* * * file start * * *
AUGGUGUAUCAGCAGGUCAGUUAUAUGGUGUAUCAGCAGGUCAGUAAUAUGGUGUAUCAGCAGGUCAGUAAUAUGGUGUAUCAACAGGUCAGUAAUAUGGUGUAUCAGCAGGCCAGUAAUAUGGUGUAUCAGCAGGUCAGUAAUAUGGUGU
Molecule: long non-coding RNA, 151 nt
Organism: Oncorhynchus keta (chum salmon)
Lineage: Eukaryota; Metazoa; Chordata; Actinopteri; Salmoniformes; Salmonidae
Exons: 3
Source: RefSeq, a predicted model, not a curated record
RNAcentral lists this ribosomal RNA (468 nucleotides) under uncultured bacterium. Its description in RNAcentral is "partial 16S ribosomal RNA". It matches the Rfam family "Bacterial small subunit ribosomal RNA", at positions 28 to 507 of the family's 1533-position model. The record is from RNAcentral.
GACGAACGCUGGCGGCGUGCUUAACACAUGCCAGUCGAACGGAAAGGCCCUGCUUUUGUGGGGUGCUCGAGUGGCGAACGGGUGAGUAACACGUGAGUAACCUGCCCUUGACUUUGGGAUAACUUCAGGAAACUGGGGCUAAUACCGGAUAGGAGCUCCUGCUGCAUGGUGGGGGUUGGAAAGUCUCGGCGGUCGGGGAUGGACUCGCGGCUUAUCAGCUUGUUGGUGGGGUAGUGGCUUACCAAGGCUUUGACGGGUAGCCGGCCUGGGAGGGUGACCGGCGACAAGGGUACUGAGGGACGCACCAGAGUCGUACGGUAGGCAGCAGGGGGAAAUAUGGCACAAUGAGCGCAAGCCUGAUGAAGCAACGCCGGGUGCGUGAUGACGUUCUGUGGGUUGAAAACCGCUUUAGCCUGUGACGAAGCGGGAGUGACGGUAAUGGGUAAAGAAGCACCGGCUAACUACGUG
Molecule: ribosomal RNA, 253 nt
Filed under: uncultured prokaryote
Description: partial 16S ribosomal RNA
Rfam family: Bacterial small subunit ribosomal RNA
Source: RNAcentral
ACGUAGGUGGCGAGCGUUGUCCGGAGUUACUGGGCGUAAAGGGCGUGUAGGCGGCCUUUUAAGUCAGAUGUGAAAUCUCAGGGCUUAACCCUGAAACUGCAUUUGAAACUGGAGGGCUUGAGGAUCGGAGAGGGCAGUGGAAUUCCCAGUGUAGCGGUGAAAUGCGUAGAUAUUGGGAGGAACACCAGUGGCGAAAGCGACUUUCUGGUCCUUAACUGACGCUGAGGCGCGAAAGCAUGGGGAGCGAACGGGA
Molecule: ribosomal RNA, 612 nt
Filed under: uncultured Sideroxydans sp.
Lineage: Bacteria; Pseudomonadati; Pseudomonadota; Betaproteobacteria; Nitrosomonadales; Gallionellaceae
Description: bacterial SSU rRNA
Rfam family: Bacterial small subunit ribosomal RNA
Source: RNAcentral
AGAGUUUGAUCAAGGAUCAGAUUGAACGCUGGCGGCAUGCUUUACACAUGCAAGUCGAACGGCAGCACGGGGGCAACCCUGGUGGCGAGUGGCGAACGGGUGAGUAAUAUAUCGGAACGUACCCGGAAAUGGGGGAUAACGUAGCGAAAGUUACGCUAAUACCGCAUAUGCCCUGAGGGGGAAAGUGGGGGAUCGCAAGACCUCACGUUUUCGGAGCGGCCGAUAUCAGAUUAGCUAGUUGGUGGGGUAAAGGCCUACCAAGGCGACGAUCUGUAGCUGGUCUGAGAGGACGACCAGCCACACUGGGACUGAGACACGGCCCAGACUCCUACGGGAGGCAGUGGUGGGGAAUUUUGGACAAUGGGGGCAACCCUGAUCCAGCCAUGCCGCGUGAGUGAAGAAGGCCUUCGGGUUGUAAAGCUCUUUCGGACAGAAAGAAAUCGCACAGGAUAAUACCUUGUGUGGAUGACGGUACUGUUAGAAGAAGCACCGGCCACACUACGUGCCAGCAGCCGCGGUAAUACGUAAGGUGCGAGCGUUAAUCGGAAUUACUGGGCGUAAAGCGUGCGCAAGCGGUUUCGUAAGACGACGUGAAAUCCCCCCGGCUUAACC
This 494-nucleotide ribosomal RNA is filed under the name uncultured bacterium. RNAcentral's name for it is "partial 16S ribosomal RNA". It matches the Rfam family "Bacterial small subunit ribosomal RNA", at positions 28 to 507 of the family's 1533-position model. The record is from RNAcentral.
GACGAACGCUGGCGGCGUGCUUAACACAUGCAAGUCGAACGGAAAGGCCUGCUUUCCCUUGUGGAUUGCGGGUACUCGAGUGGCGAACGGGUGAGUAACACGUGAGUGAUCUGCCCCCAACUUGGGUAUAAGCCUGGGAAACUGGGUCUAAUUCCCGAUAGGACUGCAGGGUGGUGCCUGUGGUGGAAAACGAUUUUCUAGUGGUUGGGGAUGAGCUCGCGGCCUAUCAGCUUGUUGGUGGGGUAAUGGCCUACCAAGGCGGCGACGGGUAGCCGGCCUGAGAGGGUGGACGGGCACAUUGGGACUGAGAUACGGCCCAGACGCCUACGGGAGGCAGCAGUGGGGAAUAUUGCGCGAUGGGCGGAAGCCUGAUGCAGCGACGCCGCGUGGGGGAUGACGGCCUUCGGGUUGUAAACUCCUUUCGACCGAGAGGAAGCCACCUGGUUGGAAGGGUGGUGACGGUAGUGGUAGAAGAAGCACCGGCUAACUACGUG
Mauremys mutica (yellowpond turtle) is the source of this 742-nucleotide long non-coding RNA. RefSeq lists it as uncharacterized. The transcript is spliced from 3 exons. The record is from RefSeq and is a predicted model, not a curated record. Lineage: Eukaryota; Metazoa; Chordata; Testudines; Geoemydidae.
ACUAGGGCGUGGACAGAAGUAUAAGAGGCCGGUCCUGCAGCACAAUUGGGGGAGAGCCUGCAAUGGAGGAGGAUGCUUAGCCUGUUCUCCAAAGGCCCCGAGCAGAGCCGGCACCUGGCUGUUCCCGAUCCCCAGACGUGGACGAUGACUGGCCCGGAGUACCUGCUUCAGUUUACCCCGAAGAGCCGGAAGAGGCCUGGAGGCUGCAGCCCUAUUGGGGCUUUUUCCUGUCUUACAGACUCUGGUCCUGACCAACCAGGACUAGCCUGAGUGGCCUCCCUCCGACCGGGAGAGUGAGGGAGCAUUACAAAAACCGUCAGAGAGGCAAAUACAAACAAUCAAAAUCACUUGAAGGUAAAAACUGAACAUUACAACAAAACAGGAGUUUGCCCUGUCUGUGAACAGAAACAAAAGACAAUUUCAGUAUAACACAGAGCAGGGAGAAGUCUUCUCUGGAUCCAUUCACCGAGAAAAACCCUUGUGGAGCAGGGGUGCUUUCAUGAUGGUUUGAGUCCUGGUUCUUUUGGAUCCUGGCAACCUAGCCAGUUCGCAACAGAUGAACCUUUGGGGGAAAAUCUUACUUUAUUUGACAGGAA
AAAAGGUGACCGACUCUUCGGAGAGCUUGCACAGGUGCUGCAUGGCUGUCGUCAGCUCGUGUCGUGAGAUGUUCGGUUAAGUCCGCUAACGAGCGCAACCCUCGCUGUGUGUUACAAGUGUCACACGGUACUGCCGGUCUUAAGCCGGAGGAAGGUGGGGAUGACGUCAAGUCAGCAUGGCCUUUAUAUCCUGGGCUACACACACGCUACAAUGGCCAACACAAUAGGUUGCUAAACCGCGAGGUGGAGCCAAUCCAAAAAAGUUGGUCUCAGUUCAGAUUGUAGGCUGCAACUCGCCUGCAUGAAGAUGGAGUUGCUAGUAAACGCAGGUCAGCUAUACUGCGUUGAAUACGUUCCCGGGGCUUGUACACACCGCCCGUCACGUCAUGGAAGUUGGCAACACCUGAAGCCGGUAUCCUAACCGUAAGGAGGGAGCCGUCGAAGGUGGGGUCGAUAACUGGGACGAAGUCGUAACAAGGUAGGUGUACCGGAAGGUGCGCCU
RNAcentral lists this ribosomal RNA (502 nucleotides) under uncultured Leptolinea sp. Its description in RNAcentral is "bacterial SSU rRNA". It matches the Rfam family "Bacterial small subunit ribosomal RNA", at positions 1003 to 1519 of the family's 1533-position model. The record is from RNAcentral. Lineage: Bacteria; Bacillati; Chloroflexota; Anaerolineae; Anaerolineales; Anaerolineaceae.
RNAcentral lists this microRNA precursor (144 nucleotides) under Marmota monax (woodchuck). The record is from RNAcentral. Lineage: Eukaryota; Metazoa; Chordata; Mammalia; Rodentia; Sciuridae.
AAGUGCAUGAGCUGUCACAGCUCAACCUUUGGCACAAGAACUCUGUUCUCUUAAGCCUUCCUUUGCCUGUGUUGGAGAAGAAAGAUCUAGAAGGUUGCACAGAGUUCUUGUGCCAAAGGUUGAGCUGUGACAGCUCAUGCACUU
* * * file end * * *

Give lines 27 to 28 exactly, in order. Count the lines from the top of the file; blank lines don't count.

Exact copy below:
RNAcentral lists this ribosomal RNA (502 nucleotides) under uncultured Leptolinea sp. Its description in RNAcentral is "bacterial SSU rRNA". It matches the Rfam family "Bacterial small subunit ribosomal RNA", at positions 1003 to 1519 of the family's 1533-position model. The record is from RNAcentral. Lineage: Bacteria; Bacillati; Chloroflexota; Anaerolineae; Anaerolineales; Anaerolineaceae.
RNAcentral lists this microRNA precursor (144 nucleotides) under Marmota monax (woodchuck). The record is from RNAcentral. Lineage: Eukaryota; Metazoa; Chordata; Mammalia; Rodentia; Sciuridae.